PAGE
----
City officials are working with the owners of Danville Mall to find new uses for the commercial land.
“We believe the Danville Mall property will be a lifestyle destination that brings community, commercial and residential together in one place,” Cory T. Bove, Danville’s Director of Economic Development, told The Danville Register & Bee.
Bobe said uses for the site include hospitality, housing, outdoor recreation, food and beverage, public gathering areas and office space. Her 87,000-square-foot footprint at the mall and the approximately 17,000-square-foot Out-Parcel development area could be redeveloped, she said.
A spokesperson for Hull Property Group, which owns the Danville Mall, did not respond to numerous voice messages left by Register & Bee this week.
City officials have pointed to the central location of the mall as an ideal location for redevelopment.
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“Geographically located, it’s perfectly positioned as a lifestyle destination,” said City Councilman Lee Vogler. “This has been a huge commercial lot for years. It’s surrounded by commercial properties. Combining it with housing is a win-win.”
City Manager Ken Larking said of the mall’s property, “It’s a nice property, centrally located, with good access, and a great view.”
Malls across the country have been in decline for decades and must find new uses, said Deputy Mayor Gary Miller.
“Every year, malls across the country close,” Miller said. “We’re going to have to rethink what malls do.”
“Reimagine” was an ongoing theme among officials who spoke to the Register & Bee. Hull Property Group and the city’s economic development agency will work together to “reimagine the site and determine how to better serve residents,” Bobe said.
“Hull Properties is open to exploring partnership opportunities for further residential and commercial redevelopment of the site,” said Bobe.
The redevelopment of the site won’t include closing the mall, but will add to the existing one, she said.
Miller thinks it’s a great idea to explore redevelopment options for the mall.
“I don’t want the mall to go out of business,” Miller said.
Danville serves as a commercial hub for surrounding communities in southern Virginia and northern North Carolina, with approximately 625,000 residents. That and other factors make this mall property perfect for redevelopment, she said.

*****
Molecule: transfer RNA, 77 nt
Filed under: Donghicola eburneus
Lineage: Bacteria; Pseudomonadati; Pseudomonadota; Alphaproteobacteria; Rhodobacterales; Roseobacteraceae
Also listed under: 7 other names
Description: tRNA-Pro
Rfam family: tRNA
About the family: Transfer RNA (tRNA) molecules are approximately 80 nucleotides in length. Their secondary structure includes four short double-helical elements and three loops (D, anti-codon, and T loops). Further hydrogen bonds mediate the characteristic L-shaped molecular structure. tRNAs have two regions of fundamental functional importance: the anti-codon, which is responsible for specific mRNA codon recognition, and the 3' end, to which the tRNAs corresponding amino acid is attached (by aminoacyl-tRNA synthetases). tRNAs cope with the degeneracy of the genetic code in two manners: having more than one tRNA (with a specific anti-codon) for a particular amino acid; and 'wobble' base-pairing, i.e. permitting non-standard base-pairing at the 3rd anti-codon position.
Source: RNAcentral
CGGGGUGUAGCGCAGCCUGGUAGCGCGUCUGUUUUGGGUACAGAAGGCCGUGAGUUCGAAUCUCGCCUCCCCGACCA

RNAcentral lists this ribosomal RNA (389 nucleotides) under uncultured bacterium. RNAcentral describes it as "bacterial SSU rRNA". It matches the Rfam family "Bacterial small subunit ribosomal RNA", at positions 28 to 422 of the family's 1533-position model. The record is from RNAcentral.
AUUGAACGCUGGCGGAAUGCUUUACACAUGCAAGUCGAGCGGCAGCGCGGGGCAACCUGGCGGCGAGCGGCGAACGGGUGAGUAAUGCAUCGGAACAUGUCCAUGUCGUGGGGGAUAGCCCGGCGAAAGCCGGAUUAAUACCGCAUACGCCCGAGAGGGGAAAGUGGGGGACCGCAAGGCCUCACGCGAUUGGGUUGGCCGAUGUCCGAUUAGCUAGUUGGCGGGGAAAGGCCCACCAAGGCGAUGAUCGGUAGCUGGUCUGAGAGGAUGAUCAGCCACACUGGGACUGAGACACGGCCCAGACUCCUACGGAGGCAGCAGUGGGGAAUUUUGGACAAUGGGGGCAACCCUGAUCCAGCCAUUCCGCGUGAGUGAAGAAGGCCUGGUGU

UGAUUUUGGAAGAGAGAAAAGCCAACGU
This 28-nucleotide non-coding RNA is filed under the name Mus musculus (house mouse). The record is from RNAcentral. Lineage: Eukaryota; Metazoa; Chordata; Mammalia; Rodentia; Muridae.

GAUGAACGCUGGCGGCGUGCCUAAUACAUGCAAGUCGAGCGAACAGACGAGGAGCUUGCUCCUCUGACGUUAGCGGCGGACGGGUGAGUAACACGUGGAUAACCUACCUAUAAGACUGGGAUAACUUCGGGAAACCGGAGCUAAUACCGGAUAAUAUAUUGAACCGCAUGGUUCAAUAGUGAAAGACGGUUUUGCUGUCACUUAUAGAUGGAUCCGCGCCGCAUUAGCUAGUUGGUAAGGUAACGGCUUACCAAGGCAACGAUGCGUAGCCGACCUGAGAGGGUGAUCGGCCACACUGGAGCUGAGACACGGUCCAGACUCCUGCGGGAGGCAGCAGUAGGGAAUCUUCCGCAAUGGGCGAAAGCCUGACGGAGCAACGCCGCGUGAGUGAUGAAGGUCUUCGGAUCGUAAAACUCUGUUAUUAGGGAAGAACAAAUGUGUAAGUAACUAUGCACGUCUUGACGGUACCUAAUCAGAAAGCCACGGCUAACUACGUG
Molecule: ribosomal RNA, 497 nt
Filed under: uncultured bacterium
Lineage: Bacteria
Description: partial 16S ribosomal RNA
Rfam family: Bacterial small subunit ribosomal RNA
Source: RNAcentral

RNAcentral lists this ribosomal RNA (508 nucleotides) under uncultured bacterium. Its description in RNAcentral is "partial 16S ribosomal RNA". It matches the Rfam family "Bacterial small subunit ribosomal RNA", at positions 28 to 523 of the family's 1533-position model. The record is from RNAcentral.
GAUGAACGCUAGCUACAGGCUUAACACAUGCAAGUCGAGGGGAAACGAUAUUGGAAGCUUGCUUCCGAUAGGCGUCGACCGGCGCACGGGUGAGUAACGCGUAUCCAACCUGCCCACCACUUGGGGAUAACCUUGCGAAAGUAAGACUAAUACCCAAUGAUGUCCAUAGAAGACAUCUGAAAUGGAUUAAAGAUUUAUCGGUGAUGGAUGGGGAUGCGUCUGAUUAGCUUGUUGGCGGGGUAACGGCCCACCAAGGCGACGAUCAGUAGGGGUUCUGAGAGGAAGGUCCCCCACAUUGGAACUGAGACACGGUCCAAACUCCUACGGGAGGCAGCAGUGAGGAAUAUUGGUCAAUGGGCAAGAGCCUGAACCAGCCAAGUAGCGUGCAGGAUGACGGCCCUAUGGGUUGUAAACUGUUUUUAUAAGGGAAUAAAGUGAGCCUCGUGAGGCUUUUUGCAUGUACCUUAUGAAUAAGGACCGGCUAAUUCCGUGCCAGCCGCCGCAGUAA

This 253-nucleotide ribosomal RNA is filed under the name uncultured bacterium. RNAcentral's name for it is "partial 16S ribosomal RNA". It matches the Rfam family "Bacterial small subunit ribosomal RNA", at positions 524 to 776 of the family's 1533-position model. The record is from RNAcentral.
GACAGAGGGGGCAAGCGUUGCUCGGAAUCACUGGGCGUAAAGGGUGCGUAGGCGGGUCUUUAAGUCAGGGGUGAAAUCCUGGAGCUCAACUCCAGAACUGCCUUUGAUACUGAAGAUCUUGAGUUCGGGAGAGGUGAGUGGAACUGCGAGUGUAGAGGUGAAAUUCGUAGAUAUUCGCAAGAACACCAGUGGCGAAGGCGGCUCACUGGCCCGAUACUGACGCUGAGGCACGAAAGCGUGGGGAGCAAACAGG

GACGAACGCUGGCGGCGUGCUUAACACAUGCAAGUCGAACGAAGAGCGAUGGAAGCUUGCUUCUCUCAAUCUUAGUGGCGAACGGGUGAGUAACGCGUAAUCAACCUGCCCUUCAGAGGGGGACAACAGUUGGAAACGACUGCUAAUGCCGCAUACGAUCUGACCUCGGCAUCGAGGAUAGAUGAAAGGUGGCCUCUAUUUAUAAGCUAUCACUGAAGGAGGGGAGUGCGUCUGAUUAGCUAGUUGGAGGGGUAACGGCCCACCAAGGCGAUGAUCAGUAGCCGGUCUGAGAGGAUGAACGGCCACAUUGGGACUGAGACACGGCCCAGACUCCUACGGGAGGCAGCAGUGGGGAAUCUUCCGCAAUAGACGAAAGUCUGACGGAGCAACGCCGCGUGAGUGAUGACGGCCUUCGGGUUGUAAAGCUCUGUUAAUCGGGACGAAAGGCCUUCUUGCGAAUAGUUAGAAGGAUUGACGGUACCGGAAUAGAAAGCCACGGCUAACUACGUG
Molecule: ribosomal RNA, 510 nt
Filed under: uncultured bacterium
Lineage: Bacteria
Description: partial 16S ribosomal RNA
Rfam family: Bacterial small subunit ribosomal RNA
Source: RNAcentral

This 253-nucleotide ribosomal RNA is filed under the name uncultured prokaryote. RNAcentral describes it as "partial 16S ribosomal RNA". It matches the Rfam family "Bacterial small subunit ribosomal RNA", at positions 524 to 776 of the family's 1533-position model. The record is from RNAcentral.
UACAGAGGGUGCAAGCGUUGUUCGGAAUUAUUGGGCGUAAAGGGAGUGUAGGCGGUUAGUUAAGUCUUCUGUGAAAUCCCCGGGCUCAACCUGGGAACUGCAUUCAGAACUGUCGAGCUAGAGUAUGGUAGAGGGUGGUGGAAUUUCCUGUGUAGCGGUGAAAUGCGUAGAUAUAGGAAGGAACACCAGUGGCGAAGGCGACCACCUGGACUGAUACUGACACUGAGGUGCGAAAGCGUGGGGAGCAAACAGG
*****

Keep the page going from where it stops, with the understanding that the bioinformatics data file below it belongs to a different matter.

“The property is also close to major city assets, including the River District, two campuses of Averett University, and the under-construction $650 million Caesars Resort.” , located in a high traffic area with 17,000 to 24,000 vehicles passing through each day.”
Bobe did not say whether potential developers are considering Mall for possible projects.
“At this time, we are unable to comment on the prospect’s activities related to this project,” she said.
Bove said the incentives offered for work at the facility depend on the size of the project.
“The city will evaluate potential incentives based on the scope of the final development project,” Bove said.
A regional housing summit held at the Institute for Advanced Learning and Research highlighted the need for more housing in the city and its surrounding areas, Miller said. You can get the opportunity to sell malls for development.
“We need to help malls and we’re happy to do that,” says Miller.
City officials are also considering other parts of the city for redevelopment, Bove said.
Danville’s Economic Development Authority recently assessed the condition of the city’s major corridors and designated priority areas for redevelopment efforts, Bobe said.
“We are currently focused on redeveloping the Schoolfield District and West Main Street Corridor, which stretches from the North Carolina border to the River District border.
A Philadelphia firm is working on a master plan for the corridor, which is expected to be completed in October, said Bobe. She said the city will begin to focus on that area based on the findings of the investigation.
“We will immediately begin planning to implement the recommendations from this study,” said Bobe.
The Economic Development Authority is also partnering with the River District Association to evaluate redevelopment along the North Main Hill, she said.